Initially, the parameters obtained from the experiment were used to simulate the flow inside the cabin. Then both the data were compared. First, the evaporator is placed such that the outlet is right above the passenger seat as shown in Figure 6 and Figure 7 shows the areas of the vehicle, which is exposed to sunlight. As per the standards, the operating limit of the velocity inside the vehicles should not exceed 5 m/s for the roof mount AC unit. The air velocity was set to 2.3 m/s, which is approximately half of the standard limit, and the temperature was 23℃. The position of the AC unit is moved in the x-direction towards the rear of the vehicle. The positions were categorized into three cases viz 150 mm, 300 mm, and 450 mm from the initial position as shown in Figure 8, and Table 2.

Figure 6. External surfaces-2D sketch

The experimental results were tabulated into a matrix through which contours were constructed for determining the actual flow of the air. In this case, the boundary conditions used in the model and the data were obtained through measurements that relate to the discharge and volumetric flow of air.

Figure 7. External surfaces-3D sketch

Figure 8. CAD models- case- 1, 2, 3 and mesh model

Table 2. Categorization of the position of AC units

Different Cases

Distance (mm) from the actual position

Case 1


Case 2


Case 3


3.2 Thermal comfort simulation

The boundary conditions for simulating thermal comfort indices are similar to that of experimental flow analysis, and overall cabin temperature was included as an additional boundary condition. The observed temperature of 23℃ was applied to the boundary condition and thermal comfort indices were calculated by the Thermal Comfort plugin in Ansys Fluent. The parameters, assessing for comfort indices are listed in the Table 3.

The velocity and temperature of air were directly taken from the experiment. The PMV and PPD values are calculated at the two extreme planes (left & right) and central plane in the Z - direction.

Table 3. Thermal comfort indices







Clothing factor


4. Results and Discussion

4.1 Comparison of velocity data of Experiment and Simulation

All data were collected from indoor space and results of simulation conducted in the CFD package were compared. The velocity profiles, temperature distribution, and comfort indices were extracted from the simulation in the planes at right, left, and at the center plane of the car cabin. These data were compared with the experimental values. To avoid confusion and complexity, the data on the other planes were not considered.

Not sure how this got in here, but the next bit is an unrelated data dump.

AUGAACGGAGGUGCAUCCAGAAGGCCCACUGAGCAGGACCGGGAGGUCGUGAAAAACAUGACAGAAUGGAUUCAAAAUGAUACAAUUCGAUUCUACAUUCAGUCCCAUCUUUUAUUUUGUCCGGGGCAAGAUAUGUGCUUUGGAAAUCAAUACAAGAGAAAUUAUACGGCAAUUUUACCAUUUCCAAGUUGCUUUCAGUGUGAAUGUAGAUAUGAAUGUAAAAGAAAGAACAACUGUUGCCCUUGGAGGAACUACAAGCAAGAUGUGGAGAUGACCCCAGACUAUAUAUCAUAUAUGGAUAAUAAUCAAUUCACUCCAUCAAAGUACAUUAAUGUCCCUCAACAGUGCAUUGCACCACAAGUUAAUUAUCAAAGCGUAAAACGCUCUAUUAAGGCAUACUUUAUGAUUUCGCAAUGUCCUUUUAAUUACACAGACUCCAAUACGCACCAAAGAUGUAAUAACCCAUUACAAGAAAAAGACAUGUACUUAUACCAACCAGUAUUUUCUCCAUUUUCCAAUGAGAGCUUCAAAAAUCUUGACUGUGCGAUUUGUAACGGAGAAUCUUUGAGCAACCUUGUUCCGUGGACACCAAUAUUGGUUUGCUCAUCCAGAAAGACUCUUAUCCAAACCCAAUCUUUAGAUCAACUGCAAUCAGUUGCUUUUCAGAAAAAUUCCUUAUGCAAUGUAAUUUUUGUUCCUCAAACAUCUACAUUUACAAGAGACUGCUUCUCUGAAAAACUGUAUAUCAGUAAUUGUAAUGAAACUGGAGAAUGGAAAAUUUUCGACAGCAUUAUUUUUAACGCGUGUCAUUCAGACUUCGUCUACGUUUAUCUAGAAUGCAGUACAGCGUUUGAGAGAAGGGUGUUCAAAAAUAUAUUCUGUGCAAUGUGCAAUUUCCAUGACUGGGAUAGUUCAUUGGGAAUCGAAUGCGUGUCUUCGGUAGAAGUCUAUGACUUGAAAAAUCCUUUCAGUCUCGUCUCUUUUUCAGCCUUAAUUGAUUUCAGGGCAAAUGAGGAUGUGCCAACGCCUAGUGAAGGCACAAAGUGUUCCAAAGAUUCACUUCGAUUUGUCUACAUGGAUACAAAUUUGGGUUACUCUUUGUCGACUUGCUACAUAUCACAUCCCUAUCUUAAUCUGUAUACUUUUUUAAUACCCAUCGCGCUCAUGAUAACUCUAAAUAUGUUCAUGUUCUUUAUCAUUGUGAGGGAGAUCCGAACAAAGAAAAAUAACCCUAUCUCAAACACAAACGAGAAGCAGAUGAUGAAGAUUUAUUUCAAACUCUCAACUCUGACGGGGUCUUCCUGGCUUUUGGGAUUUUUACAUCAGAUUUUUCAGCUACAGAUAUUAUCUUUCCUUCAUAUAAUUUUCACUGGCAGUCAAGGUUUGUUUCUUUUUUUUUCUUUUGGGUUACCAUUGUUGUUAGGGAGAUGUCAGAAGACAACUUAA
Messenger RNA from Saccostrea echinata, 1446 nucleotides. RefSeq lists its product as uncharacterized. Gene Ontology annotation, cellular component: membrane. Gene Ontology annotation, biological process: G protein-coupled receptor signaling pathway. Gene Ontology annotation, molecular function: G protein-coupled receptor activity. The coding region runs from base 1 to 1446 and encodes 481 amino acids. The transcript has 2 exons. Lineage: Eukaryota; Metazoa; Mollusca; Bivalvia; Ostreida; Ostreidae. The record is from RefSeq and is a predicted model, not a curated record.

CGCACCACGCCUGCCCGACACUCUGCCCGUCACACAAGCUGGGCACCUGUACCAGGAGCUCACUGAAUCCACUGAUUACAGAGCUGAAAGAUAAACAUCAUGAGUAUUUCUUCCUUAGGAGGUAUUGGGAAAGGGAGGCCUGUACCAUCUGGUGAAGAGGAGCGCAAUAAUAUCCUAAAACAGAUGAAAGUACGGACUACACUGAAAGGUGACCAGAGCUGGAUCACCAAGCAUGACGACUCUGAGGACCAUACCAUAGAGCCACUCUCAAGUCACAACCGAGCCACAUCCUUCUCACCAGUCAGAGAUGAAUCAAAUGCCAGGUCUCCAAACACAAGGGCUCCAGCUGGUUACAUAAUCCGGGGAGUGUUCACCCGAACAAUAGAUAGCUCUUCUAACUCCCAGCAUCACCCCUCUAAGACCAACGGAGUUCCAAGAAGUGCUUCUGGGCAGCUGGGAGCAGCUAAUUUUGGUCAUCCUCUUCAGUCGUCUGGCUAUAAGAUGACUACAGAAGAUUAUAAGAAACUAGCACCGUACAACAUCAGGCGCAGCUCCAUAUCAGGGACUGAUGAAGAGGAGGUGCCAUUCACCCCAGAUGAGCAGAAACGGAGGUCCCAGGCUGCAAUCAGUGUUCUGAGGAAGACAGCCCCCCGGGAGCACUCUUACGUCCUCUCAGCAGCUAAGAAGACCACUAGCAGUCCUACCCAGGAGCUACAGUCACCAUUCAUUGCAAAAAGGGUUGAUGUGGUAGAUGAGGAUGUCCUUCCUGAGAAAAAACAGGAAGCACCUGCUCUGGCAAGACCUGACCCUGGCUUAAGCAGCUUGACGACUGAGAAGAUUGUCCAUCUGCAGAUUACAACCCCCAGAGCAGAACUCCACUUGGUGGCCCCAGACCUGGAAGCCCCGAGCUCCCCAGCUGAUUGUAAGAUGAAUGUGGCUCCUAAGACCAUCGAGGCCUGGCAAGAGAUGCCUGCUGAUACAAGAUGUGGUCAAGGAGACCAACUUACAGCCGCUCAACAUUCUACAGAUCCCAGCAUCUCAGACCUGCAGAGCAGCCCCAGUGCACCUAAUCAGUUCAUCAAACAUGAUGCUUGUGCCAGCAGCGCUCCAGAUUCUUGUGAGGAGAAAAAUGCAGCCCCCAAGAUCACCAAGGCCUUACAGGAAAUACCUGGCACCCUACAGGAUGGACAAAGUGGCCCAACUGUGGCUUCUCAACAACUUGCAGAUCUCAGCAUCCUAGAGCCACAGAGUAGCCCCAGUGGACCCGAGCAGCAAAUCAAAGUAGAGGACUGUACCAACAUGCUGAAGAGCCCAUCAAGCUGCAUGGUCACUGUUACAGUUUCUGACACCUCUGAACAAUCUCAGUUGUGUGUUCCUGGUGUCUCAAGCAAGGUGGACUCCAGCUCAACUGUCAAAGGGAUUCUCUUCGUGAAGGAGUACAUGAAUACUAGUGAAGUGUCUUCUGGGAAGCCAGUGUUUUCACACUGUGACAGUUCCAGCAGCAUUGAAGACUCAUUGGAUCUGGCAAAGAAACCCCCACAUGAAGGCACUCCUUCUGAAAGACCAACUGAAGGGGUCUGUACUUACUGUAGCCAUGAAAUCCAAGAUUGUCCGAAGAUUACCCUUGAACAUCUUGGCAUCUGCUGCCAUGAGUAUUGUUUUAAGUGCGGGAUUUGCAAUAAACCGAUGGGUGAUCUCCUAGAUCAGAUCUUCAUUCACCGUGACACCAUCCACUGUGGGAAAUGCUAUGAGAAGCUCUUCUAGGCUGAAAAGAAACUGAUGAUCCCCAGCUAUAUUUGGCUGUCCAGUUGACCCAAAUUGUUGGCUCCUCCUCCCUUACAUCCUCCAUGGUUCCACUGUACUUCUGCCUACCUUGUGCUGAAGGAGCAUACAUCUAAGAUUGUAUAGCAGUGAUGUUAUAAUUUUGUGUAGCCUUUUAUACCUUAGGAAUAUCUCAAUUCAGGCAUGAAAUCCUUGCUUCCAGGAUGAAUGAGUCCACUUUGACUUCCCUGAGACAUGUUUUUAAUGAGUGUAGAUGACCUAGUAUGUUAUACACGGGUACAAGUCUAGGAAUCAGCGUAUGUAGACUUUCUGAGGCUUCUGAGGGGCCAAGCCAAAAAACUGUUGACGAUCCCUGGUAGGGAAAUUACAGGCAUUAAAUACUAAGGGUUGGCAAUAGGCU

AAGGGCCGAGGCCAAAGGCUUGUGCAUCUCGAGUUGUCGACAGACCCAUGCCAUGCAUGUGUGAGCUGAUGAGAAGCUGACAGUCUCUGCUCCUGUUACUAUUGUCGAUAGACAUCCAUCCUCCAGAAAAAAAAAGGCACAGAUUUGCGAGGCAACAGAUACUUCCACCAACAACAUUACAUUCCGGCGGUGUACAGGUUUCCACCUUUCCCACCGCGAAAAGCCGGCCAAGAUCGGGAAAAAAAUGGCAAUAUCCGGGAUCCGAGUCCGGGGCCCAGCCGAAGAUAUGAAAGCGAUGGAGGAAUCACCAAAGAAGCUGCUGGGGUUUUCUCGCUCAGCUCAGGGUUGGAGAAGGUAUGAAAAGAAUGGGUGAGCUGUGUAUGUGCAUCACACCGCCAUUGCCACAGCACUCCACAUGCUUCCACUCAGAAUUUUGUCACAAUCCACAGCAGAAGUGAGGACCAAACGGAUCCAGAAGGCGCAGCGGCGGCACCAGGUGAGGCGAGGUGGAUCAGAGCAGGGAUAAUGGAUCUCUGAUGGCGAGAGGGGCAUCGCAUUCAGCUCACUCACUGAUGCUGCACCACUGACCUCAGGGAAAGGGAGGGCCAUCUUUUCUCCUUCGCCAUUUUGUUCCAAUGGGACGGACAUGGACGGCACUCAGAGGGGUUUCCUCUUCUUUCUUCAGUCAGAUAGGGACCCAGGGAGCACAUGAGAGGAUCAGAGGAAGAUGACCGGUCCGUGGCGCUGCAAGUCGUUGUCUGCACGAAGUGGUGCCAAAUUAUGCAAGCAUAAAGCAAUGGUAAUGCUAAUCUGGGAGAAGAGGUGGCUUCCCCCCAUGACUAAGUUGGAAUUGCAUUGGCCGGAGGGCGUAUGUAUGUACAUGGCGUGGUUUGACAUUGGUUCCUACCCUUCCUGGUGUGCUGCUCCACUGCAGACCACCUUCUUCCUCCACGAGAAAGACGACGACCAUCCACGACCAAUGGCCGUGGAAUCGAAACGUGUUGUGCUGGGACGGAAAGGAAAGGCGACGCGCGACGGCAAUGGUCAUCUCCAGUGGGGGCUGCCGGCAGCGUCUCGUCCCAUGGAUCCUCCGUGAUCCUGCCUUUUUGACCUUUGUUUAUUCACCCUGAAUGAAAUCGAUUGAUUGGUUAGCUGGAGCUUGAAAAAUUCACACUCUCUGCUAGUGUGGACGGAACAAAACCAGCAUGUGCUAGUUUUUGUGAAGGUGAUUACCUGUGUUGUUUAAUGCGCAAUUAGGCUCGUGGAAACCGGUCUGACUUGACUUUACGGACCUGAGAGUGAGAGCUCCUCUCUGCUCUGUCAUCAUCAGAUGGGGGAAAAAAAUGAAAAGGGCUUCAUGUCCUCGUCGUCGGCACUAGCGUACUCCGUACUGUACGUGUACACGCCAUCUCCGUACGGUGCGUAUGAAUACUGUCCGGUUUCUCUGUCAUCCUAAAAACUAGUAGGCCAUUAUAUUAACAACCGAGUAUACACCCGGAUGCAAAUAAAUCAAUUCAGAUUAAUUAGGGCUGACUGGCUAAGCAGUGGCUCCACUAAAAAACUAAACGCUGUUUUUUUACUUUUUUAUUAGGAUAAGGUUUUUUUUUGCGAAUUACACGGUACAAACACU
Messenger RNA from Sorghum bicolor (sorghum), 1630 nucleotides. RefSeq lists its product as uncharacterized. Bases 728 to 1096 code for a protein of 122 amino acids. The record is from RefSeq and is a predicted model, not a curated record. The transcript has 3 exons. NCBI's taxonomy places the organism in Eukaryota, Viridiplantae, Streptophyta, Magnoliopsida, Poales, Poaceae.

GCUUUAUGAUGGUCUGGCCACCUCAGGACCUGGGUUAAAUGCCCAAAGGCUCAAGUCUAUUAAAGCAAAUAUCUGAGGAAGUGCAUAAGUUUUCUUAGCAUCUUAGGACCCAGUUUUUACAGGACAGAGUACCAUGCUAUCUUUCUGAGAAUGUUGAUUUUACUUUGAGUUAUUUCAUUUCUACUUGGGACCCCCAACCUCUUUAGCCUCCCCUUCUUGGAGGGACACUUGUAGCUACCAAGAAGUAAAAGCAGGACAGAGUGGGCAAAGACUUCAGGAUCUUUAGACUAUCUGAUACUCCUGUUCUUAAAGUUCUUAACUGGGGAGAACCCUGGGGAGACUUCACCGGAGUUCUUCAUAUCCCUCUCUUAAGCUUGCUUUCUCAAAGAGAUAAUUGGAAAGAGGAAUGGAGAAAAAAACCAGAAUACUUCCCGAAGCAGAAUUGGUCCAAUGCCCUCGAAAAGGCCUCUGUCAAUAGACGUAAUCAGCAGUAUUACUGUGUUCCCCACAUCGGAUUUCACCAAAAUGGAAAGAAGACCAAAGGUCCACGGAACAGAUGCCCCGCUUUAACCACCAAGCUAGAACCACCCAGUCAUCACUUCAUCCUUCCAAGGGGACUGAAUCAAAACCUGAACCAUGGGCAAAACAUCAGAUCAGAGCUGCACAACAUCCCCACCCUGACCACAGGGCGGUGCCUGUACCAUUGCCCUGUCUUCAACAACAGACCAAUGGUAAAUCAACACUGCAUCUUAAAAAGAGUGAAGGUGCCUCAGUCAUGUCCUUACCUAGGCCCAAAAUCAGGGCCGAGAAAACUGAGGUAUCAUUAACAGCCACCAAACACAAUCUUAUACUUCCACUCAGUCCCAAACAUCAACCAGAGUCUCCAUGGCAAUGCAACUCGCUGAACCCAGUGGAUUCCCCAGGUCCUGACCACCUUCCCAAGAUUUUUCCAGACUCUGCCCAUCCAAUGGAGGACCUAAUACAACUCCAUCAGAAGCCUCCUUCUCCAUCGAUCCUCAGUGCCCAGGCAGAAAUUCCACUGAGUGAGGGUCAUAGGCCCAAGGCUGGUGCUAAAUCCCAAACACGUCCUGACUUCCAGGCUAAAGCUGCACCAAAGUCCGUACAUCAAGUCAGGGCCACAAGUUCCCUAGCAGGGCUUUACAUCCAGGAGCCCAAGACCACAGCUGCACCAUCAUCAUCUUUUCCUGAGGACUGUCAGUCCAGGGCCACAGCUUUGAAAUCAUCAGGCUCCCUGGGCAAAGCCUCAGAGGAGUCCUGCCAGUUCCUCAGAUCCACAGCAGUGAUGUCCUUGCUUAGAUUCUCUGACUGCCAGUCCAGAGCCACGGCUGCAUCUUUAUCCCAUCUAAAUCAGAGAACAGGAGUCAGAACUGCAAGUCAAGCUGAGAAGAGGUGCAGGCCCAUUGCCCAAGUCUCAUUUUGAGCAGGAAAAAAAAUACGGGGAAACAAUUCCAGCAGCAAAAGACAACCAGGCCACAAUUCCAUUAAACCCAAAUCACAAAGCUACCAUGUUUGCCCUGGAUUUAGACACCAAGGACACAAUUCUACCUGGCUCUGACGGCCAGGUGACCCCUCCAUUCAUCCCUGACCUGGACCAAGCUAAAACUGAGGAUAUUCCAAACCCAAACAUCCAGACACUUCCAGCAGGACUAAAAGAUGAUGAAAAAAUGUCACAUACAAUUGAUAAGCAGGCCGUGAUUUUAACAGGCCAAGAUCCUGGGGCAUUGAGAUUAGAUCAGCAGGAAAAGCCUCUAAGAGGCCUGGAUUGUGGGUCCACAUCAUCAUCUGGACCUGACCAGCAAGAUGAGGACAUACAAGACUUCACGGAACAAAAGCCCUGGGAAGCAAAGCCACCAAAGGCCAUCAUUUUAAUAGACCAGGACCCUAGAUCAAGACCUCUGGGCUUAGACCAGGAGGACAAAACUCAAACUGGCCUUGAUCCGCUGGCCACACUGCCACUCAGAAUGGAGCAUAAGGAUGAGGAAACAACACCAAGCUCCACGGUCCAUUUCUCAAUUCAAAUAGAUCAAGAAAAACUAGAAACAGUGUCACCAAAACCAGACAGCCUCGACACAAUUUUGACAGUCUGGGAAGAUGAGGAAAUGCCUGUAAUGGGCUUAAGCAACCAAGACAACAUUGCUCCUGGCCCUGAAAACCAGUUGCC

4.2 Left plane

Figure 9(a) shows the velocity profile on the left plane of the vehicle. The image was plotted using the experimental data, which reveals the distribution of the air velocity in the extreme left plane of the vehicle cabin. The velocity ranges from 0 m/s to 0.35 m/s. The flow of air from the blower is mainly directed to the front side. The velocity plot shows the zero value at some positions, it is due to the intricate and non-uniform geometry of the cabin wall. The left end of the blower is 250 mm away from the cabin wall.

In Figure 9(b) the velocity contours were plotted based on the experimental values. The uniform velocity of 0.7 m/s is observed on the other regions of the plane. The velocity contours were compared in both simulation and experimental values. The maximum velocity obtained in the simulation was 0.8 m/s, whereas the maximum flow rate obtained in the experimental evaluation was 0.79 m/s.

Figure 9. Distribution of velocity magnitude in left plane

Figure 10. Distribution of temperature in the left plane

Figure 10 depicts the temperature distribution in the left plane. The lowest temperature of 297 K was observed around the passenger seating zone and driver head position, whereas temperature at the other regions was in the range of 308 K. The bouncing effect of air can be observed from the temperature plot at the rear bottom part of the vehicle. This temperature difference was mainly due to the interactions between the surroundings through the metal surface of 1.45 m2 and glass surface of 0.58 m2 at this plane.